reviewed by Joanne K. Seward
Last week, I picked up my ancient and tattered copy of Uhura's Song by Janet Kagan. I'd once loved this novel, named it as my favorite of the often maligned pro novels. Would it stand the test of time and my own changing taste? What would I do if I found I now hated it? Worry, as Spock would say, is illogical. I therefore turned to the first chapter and started reading.
First published in 1985--the year when the general population became familiar with the term AIDS--the story tells of a desperate search for a cure for a plague named ADF, often referred to as "the long death," which is overwhelming the Federation planet Eeiauo.
Uhura's grief and feelings of helplessness when she learns that her friend, Sunfall of Ennien, is a victim of the plague prompt the Communications Officer's memories of a song Sunfall once taught her. It is a song, Sunfall has told her, which can never be sung for other Eeiauoans, a song of being outcast and journeying from the "camp" where the Eeiauoans once lived to Eeiauo where they now make their home.
Using clues from Sunfall's journey song and other songs she taught to Uhura, Kirk, Spock and the crew of the Enterprise, accompanied by temporary Chief Medical Officer Evan Wilson (McCoy and Christine Chapel, exposed to the illness, must remain on quarantined Eeiauo), go on what amounts to a quest of legendary proportions to find a suspected Eeiauoan homeworld.
And find it, they do. Problem solved, right? Wrong. The culture of the Sivaoans, so physically similar to the Eeiauoans that they could be one people, couldn't be more different. They do, however, have one thing in common: the inviolable taboo that prevents Uhura from singing Sunfall's journey song on Eeiauo is the same taboo that prevents the Enterprise crew from gaining the information they need from the Sivaoans to cure ADF. The Enterprise landing party discovers that in order to overcome this taboo they must prove they are indeed "adults" and therefore worthy of hearing a tale the Sivaoans don't even tell their own children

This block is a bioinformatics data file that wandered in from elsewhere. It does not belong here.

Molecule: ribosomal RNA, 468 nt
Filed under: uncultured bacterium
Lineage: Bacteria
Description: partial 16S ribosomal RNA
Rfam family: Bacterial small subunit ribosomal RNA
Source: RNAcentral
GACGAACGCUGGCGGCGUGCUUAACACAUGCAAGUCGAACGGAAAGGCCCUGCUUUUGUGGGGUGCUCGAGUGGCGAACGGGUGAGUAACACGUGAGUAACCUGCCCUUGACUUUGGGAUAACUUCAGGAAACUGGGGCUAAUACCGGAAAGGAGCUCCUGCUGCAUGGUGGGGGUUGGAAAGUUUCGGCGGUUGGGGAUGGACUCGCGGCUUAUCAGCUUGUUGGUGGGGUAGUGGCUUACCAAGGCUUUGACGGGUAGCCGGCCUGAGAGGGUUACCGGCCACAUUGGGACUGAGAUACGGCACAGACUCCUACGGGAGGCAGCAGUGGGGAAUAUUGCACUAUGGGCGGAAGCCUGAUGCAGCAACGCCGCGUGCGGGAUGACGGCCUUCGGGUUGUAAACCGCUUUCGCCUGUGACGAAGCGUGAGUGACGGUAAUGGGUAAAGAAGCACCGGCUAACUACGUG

Having reread Uhura's Song, I'm pleased to find that I still love it. There is adventure, there is the medical thriller aspect, there is what appears to be a subplot regarding Spock and his reaction to Dr. Wilson. But the true wonder of this book is the culture Janet Kagan has created. As you read, you feel a part of the world she has made. And then, like the Enterprise crewmembers, you feel lost and alien. There are those, I'm sure, who would say that it is preachy and pedantic. But so too, is Star Trek sometimes preachy and pedantic. Having thought about how I would make cuts, how I would edit it, perhaps trim out some preachiness or pedantry, I shake my head. This is a story to savor, to read every word, and to remember warmly for years to come.
Free counters provided by Andale.
Click here to
return to the Star Trek novels page.
Click here to return to the Main Index Page.